The Yankees are probably going to seek some pitching help this trade season. And Jon Heyman reports that they’re most likely target is Matt Garza:
Yankees people like the fact Garza is battle-tested in the American League East after acquiring too many pitchers from the National League who haven’t been able to make a seamless transition to the A.L. The Yankees seem to have little interest in Brewers stars Zack Greinke and Shaun Marcum or the other top Cubs starter Ryan Dempster, as they have concerns about Greinke in New York and Marcum and Dempster in the A.L. Even though Marcum pitched pretty well for the Blue Jays, the Yankees are concerned about his low radar readings in the A.L.
I guess the Yankees are allowed to be concerned about the radar gun but, as Heyman notes, his strikeout rates while pitching for the Blue Jays were solid and the division didn’t seem to phase him all that much.
I guess Zack Greinke is never going to be a Yankees target, with his anxiety issues — rightly or wrongly — being thought of as an impediment to success in New York. He’s easily the best pitcher mentioned here, though. Part of me would love to see him traded to New York as a rental, go 11-1 with a 1.01 ERA down the stretch and then walk away as a free agent saying “just not challenging enough for me, dudes.”
As for Garza: He’s from Selma, California. And I have it on pretty good authority that in Selma, California, “Garza” is slang for “Javier Vazquez.” You can look it up.
Jon Morosi reports that that the Detroit Tigers will make all veterans available via trade if they’re still under .500 by the end of June.
This was the position they entered the offseason with — everyone is available! — but they ended up gearing up for one more push with the core of veterans they currently employ. It was not a bad move, I don’t think. With the exception of the Indians, the AL Central is mostly down, or at least appeared to be over the winter, with the Royals in decline and the Twins and White Sox seemingly a few years away from contention. The Twins, however, have been fantastic and the Tigers have mostly underachieved.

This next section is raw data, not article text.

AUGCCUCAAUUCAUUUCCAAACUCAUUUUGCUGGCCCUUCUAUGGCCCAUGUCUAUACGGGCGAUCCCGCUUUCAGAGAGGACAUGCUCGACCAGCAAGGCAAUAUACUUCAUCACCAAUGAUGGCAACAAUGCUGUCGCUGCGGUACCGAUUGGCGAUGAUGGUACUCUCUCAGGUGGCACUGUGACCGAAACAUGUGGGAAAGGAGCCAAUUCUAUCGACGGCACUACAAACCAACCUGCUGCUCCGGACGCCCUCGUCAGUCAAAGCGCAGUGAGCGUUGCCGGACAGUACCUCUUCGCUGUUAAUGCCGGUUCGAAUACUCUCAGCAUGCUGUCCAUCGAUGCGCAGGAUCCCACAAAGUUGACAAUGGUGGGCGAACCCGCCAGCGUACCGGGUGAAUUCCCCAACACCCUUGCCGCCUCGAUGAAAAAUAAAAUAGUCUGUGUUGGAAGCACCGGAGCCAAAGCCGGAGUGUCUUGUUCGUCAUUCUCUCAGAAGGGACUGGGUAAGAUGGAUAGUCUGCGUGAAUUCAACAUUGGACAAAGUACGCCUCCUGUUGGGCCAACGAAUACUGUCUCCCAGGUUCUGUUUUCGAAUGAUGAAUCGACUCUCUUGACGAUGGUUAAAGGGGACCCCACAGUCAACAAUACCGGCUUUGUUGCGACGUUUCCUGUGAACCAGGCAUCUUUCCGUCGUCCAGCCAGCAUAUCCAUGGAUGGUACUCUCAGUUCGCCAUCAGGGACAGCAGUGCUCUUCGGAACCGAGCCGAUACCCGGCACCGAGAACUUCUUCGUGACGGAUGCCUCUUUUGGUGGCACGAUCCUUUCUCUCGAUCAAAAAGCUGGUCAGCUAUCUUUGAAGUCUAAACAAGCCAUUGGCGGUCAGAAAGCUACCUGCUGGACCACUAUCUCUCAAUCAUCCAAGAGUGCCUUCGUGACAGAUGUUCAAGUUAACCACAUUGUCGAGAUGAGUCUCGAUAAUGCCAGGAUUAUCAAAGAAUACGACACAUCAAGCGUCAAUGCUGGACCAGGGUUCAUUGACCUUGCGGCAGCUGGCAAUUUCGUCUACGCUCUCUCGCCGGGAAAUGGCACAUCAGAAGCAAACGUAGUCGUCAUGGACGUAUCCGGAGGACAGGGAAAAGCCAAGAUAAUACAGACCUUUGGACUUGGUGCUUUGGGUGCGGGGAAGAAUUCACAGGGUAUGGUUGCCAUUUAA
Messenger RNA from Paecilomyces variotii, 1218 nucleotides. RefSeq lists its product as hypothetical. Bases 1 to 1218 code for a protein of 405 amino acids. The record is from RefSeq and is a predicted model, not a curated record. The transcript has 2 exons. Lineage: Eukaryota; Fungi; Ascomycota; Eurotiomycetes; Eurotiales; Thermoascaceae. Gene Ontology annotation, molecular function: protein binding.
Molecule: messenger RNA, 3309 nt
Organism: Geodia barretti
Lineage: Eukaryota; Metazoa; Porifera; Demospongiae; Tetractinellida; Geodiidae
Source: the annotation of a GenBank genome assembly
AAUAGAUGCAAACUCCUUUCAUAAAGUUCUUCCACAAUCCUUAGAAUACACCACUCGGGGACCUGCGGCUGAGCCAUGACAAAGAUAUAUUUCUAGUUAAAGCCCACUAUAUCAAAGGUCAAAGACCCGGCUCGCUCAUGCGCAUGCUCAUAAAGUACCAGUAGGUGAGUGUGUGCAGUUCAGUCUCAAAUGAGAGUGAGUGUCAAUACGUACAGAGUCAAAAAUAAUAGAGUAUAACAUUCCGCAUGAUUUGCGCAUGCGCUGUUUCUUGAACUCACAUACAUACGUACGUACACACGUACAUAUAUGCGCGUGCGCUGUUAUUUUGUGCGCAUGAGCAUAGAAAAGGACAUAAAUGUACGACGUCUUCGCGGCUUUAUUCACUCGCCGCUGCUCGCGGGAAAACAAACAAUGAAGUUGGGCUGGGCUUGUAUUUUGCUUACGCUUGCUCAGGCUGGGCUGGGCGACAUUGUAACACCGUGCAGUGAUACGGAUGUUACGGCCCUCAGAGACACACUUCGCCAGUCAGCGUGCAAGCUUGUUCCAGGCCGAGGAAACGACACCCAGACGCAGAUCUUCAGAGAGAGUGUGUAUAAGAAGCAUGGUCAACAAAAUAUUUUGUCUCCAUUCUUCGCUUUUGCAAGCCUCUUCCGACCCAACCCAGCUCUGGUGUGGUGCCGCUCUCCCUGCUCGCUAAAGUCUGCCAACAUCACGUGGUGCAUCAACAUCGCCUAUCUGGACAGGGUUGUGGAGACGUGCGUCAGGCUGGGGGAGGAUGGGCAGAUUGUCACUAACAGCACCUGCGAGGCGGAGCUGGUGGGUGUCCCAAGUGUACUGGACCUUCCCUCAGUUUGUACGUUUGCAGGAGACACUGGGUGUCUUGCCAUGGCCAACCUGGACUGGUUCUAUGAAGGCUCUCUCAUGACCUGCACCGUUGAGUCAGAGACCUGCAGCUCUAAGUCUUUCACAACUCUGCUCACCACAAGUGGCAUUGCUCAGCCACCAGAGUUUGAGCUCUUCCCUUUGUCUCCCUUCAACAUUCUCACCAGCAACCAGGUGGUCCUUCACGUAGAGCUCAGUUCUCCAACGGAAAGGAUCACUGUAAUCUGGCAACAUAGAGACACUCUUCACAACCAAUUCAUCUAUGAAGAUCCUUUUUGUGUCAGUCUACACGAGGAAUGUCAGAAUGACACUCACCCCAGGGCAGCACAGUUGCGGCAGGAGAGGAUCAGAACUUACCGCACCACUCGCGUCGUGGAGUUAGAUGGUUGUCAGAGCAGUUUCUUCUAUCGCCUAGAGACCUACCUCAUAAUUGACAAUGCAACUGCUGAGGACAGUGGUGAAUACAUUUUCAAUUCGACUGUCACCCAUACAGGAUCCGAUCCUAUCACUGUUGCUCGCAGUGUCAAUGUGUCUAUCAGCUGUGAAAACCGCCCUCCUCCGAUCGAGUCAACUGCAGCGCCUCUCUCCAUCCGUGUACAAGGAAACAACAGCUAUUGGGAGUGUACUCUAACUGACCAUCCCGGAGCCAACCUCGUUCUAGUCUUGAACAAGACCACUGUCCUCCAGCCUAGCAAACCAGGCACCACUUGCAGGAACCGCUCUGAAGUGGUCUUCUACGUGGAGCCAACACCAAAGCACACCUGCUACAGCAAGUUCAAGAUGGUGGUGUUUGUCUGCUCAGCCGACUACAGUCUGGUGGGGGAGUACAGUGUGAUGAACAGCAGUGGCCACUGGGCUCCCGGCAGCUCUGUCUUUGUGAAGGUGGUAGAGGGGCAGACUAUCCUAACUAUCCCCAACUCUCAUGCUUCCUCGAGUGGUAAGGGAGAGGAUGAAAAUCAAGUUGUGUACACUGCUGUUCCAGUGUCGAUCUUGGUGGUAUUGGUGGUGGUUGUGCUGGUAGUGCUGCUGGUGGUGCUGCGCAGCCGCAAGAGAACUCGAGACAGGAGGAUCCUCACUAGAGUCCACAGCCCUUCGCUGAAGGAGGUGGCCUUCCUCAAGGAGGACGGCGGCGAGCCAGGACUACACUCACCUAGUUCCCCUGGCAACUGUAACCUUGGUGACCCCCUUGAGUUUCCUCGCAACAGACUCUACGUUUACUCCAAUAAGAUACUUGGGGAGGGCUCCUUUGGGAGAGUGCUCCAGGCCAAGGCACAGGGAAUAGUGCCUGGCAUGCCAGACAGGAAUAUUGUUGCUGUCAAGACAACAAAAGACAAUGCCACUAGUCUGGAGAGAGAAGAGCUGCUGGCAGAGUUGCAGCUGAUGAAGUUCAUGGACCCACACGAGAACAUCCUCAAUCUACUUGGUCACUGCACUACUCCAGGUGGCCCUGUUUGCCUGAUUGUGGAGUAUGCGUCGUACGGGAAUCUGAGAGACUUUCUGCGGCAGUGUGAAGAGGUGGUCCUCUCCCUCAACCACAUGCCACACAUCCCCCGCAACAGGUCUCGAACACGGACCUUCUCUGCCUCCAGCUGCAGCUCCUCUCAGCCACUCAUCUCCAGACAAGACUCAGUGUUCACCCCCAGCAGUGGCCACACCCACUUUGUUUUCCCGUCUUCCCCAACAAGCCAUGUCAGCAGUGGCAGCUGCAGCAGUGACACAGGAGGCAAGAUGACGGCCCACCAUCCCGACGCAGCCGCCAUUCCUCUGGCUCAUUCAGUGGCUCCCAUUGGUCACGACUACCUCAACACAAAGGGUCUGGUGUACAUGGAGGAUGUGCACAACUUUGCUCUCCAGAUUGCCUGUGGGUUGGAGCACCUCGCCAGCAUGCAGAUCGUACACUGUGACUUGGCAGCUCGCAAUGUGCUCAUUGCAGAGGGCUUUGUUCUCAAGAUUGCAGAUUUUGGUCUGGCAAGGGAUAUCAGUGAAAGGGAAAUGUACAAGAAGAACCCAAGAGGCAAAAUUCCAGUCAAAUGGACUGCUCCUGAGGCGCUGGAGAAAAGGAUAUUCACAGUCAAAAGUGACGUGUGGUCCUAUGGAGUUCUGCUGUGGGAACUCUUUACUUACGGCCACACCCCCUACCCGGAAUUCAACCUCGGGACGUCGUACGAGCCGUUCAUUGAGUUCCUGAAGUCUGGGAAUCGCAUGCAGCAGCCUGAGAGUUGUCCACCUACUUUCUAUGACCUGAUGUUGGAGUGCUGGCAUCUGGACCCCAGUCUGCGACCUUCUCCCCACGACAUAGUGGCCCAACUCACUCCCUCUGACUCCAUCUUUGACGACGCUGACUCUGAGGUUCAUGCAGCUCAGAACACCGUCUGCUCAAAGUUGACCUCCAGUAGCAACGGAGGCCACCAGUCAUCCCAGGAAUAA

So we’re back to this. Which veterans the Tigers can reasonably unload, however, is an open question. J.D. Martinez is in his walk year, so while tradable, he may not bring back a big return. Guys like Justin Upton, Justin Verlander and Miguel Cabrera either have very large contracts or no-trade protection.
The end of June is still a while from now, of course, and while the Tigers are under .500, they’re only 4.5 games behind the Twins. But they had better turn it around or else it sounds like the front office is going to turn the page.
As you get ready for Memorial Day weekend and whatever it entails for you and yours, take some time to read an excellent article from Mike Bates over at The Hardball Times.
The article is about Eddie Grant. You probably never heard of him. He was a journeyman infielder — often a backup — from 1905 through 1915. If you have heard of him, it was likely not for his baseball exploits, however: it was because he was the first active baseball player to die in combat, killed in the Battle of the Argonne Forest in October 1915.
Michael tells us about more than Grant’s death, however. He provides a great overview of his life and career. And notes that Grant didn’t even have to go to war if he didn’t want to. He was 34, had the chance to coach or manage and had a law degree and the potential to make a lot of money following his baseball career. He volunteered, however, for both patriotic and personal reasons. And it cost him his life.
Must-read stuff indeed. Especially this weekend.